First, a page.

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Kwai Chang Caine was a priest at a Shaolin temple, where his son Peter also lived and studied. The temple was destroyed and father and son each thought the other had perished in the fire. For many years, Kwai Chang 'walked the earth,' while Peter became a big-city cop. Finally, they are reunited and now together they battle evil, using wisdom, martial arts, and occasionally even Peter's service pistol (only as a last resort). Written by
Tad Dibbern <DIBBERN_D@a1.mscf.upenn.edu>
David Carradine also played a martial arts character in Quentin Tarantino's film series, Kill Bill 1 & 2. See more »
[Original opening. Scene: 15 years before the present]
The grandson of Kwai Chang Caine walks out of the past.
Young Peter Caine:
But I want to fight.
Kwai Chang Caine:
Yes. So did your great-grandfather when he was your age.
He teaches his son wisdom at a Shaolin temple. An evil force destroyed that temple. Father and son each believed the other had perished.
[Jump to the present]
Fifteen years later, they were reunited. Now Caine faced new challenges... and his son grew up.
Look, I'm not my father. I don't do kung fu. I'm a cop. ...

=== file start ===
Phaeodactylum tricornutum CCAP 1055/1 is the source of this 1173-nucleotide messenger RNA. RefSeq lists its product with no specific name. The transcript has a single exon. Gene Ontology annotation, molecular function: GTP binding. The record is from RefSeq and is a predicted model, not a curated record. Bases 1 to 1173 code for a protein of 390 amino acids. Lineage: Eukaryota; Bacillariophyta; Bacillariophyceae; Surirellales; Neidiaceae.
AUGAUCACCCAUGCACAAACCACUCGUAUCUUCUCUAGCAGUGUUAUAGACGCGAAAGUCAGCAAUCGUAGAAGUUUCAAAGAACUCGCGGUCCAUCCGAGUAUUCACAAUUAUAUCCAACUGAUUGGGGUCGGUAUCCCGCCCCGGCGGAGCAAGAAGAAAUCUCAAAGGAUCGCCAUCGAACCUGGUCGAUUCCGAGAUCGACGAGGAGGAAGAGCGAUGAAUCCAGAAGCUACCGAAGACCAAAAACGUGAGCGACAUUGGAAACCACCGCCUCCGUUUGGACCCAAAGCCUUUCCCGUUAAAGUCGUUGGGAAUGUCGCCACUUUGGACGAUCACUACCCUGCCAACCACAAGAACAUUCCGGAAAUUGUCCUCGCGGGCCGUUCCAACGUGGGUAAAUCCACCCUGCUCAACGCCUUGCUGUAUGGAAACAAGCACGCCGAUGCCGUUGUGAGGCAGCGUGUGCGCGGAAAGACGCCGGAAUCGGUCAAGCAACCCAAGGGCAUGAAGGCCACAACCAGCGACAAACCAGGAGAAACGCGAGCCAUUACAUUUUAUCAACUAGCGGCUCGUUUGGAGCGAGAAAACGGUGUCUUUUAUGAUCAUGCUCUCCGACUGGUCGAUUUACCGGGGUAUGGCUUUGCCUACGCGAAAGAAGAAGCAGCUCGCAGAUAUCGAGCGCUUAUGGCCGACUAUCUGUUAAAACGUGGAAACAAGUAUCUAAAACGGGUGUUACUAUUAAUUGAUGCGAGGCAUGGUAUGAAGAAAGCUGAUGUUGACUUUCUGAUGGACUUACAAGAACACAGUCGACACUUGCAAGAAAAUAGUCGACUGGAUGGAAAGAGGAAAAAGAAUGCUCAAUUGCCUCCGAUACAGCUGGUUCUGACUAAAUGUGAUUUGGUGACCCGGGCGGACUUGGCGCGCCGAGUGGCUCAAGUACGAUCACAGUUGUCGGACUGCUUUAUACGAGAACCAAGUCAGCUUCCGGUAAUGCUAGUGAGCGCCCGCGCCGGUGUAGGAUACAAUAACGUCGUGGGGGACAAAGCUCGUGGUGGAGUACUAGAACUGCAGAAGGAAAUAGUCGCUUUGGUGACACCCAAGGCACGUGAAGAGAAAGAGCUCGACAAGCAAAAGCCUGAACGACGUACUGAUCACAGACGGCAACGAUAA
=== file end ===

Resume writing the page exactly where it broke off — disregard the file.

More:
[...] See more »
Kung Fu: The Legend Continues balanaces fast-paced action with heart.
I never thought I would like Kung Fu: The Legend Continues. Before I watched the series, my impression of the show was of a father and son fighting team that found new people to beat up every week. I admit, to my chagrin, that was my picture of 'martial arts' shows.
Then, by accident, I caught part of an episode where the father and son were hugging each other and the son was teary-eyed. Apparently, the son's mother died many years ago. I was drawn into the program, surprised to see this candid, emotional moment on screen. This was not what I expected.
After viewing a few more episodes, I became a true admirerer of Kung Fu: The Legend Continues. The father, Caine and his son, Peter, had been separated for 15 years thinking each other dead. The large story arc traces their road to reconciliation. While the two must struggle to understand each other and make amends for past grievances, there are external obstacles mirroring their inner obstacles. Through this turmoil, the show balances fast-paced action with heart, humanity, healing and a helping of humor.
I also admire the way the show deals with violence. In the earlier episodes, Peter commonly used a gun in a dangerous situation while his father, Caine, tried to disarm hostiles without killing them. As the show progresses, Peter learns there is "another way" to deal with a dangerous situation than to go for a gun.
Kung Fu: The Legend Continues is a magical show with a positive, yet not syrupy, message of hope in the face of adversity. Here's hoping that the legacy of the Legend Continues.
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